Baboon Pirates

Scribbles and Scrawls from an unrepentant swashbuckling primate.

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Location: Texas, United States

Friday, October 29, 2010

Ad Astra Per Ballista?

Problems To Ponder Whilst Puffing A Perdomo

Got an interesting email from a buddy of mine this week:
Is It Possible?

How big would a trebuchet have to be to place an Apollo sized space
craft in low Earth orbit? Arm length? counter weight mass?

I had to think about that one for a couple of days...

My email reply:
Been thinking about this for a while now…

Couldn’t find any of my old physics textbooks, so I’m gonna wing it.

Is it possible?

The short answer is, probably not. Unless Materials Science gets to the point where we can dump raw material into a hopper, and let nanobots construct the entire thing from the molecular level over the space of years, it would be cost-prohibitive. Much cheaper to build booster rockets.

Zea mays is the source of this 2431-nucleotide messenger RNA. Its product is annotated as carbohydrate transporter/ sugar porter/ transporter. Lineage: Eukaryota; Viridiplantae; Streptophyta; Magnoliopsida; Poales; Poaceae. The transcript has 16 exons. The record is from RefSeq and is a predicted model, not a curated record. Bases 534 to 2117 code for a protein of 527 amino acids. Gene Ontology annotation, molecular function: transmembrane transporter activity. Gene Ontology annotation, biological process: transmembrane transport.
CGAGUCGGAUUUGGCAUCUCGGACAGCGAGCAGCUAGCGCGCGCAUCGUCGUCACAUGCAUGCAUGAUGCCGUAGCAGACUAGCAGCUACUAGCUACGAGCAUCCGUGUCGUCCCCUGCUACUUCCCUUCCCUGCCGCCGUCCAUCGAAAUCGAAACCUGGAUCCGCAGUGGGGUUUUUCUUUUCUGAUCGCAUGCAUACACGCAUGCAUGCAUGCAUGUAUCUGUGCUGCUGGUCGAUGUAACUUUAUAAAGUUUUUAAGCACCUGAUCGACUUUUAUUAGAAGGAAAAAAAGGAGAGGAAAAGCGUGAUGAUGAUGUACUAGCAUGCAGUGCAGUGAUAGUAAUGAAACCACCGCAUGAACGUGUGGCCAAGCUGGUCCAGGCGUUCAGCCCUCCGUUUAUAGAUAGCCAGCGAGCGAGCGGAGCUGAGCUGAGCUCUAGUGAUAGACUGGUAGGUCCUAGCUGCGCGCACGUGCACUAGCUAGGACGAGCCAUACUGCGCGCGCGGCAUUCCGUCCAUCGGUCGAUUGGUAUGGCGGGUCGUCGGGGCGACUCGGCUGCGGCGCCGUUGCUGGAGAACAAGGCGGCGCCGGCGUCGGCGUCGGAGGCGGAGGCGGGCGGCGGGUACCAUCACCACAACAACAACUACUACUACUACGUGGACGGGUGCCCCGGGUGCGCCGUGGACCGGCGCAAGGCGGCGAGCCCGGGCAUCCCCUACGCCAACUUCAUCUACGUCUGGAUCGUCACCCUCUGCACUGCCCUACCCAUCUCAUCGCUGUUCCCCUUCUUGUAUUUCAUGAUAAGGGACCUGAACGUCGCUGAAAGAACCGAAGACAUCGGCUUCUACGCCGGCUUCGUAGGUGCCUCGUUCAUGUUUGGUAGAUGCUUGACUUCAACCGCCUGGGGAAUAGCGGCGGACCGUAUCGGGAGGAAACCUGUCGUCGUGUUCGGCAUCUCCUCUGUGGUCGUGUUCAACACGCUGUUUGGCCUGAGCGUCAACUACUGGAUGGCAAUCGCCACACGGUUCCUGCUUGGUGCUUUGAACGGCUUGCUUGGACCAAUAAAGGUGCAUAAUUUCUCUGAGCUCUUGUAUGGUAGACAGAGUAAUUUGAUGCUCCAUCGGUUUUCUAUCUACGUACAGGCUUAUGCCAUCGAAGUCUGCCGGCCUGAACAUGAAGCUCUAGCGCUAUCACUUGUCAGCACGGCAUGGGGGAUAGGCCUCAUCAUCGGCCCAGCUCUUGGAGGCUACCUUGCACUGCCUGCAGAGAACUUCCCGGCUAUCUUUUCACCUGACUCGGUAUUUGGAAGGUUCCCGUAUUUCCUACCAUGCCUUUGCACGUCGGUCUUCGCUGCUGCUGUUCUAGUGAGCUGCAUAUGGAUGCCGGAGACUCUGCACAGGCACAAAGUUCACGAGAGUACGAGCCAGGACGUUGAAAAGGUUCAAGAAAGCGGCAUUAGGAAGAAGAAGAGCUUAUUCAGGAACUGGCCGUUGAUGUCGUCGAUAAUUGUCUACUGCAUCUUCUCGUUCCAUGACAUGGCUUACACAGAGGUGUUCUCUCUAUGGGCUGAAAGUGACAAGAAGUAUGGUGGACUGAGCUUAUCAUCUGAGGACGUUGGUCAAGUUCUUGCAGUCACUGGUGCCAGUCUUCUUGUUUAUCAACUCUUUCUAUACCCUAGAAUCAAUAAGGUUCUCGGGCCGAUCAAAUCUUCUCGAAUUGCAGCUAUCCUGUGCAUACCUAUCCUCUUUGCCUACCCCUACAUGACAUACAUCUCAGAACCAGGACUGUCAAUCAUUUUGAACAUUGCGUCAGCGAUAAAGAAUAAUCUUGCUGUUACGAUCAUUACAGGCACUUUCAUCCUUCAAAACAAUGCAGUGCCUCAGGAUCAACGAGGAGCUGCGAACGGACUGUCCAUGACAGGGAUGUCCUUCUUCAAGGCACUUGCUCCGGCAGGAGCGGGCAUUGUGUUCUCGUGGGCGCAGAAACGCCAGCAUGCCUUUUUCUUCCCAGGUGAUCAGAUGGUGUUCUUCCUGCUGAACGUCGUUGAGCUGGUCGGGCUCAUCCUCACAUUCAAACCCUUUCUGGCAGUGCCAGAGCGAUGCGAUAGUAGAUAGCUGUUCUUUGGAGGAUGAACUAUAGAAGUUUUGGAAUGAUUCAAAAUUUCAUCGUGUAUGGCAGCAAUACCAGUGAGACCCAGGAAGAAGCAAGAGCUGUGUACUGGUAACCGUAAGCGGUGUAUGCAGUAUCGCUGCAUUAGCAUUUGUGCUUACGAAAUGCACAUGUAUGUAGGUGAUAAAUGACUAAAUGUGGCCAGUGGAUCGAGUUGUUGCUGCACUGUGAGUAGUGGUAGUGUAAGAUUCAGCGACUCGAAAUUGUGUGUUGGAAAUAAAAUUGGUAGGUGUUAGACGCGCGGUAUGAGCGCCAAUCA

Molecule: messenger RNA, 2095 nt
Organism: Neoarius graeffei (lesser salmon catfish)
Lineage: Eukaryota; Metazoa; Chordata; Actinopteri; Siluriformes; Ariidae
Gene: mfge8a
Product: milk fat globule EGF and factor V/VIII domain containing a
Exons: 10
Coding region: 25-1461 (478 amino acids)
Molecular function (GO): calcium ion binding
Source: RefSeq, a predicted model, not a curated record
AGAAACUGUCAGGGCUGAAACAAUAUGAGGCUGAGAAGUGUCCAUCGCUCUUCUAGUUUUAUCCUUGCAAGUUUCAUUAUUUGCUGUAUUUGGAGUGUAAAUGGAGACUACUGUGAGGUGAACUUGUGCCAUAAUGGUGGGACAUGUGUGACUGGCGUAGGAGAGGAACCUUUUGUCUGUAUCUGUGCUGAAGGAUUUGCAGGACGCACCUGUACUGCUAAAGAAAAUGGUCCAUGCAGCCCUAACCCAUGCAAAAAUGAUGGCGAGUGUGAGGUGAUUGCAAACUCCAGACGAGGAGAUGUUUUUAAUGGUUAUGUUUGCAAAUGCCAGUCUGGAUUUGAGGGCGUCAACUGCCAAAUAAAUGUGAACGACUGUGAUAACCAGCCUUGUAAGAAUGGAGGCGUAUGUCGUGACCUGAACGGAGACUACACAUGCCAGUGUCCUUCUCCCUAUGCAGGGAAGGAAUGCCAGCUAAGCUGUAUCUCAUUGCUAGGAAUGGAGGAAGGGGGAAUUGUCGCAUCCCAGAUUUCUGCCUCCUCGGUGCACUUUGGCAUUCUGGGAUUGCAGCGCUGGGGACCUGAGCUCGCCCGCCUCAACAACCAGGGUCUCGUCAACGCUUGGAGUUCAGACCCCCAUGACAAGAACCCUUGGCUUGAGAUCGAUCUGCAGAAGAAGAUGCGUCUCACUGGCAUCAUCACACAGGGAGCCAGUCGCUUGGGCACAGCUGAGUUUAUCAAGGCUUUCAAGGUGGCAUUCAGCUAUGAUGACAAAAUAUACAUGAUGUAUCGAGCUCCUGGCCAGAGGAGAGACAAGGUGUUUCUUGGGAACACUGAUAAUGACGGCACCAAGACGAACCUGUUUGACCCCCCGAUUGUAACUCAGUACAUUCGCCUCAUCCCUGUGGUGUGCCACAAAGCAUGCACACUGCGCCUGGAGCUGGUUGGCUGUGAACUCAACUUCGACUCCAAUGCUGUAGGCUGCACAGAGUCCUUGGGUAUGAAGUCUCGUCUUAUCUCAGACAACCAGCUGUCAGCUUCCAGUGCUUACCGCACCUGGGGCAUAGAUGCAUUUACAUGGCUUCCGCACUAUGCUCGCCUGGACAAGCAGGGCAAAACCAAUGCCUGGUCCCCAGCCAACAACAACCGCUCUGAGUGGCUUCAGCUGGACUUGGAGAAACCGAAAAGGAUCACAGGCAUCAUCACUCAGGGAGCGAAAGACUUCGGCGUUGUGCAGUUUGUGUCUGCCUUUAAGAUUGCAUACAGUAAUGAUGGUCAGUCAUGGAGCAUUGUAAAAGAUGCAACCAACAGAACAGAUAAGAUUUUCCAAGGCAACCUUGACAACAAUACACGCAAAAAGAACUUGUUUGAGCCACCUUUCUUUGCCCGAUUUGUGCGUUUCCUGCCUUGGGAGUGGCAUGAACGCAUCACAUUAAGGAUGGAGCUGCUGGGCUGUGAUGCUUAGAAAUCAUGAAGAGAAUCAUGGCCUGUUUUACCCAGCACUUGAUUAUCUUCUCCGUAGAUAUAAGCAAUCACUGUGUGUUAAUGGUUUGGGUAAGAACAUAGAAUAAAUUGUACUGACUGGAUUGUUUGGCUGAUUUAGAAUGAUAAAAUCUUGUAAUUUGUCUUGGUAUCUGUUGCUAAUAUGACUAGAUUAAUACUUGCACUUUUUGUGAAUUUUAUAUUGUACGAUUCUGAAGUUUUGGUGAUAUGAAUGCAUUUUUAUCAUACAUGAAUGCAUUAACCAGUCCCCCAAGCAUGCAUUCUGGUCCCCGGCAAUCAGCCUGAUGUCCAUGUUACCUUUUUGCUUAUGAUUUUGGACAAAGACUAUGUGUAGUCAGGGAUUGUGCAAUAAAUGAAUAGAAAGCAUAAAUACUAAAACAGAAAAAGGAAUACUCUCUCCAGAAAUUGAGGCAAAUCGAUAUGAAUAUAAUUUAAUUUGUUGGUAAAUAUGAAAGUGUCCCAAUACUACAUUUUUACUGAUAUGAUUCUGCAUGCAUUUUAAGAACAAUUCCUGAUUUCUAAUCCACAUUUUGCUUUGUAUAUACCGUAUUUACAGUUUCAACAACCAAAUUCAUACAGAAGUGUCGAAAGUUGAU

The Saturn V rocket could boost 262,000 lbs into low earth orbit. To do that it had to burn a metric assload of fuel to hit escape velocity.

According to Wikipedia: On the surface of the Earth, the escape velocity is about 11.2 kilometers per second (~6.96 mi/s), which is approximately 34 times the speed of sound (Mach 34).

That’s pretty fargin’ fast. To get that kind of force out of a trebuchet, you’d have to have one seriously long swingarm.

Using the usual swinging-bucket trebuchet, that long whippy arm would snap under the load. On the version that uses a thick pole with a fixed counterweight at the base, the total weight would probably be too great for the axle bearings. There’s a top-end limit on how large you can forge or machine parts, and the axle would have to be thicker than a sequoia trunk. We’d be talking about a kilometer-long arm, and a 2km high frame with a base area the size of the I-610 loop.

The counter weight would have to allow for not only the mass of the payload, but the weight of the entire arm. I can’t see the swinging-bucket type being usable. Even if you went with a floating-arm trebuchet, the the torsion and flex of that whole thing moving would be unmanageable. No welds or rivets could take the load. It would have to be a monolithic frame, which brings me back the nanobot construction scheme.

Add to that the insane g-forces inflicted on the payload during the fling, and I just don’t see it as feasible.

Probably cheaper to build a Beanstalk!

If there's any physics gurus out there, please feel free to chime in!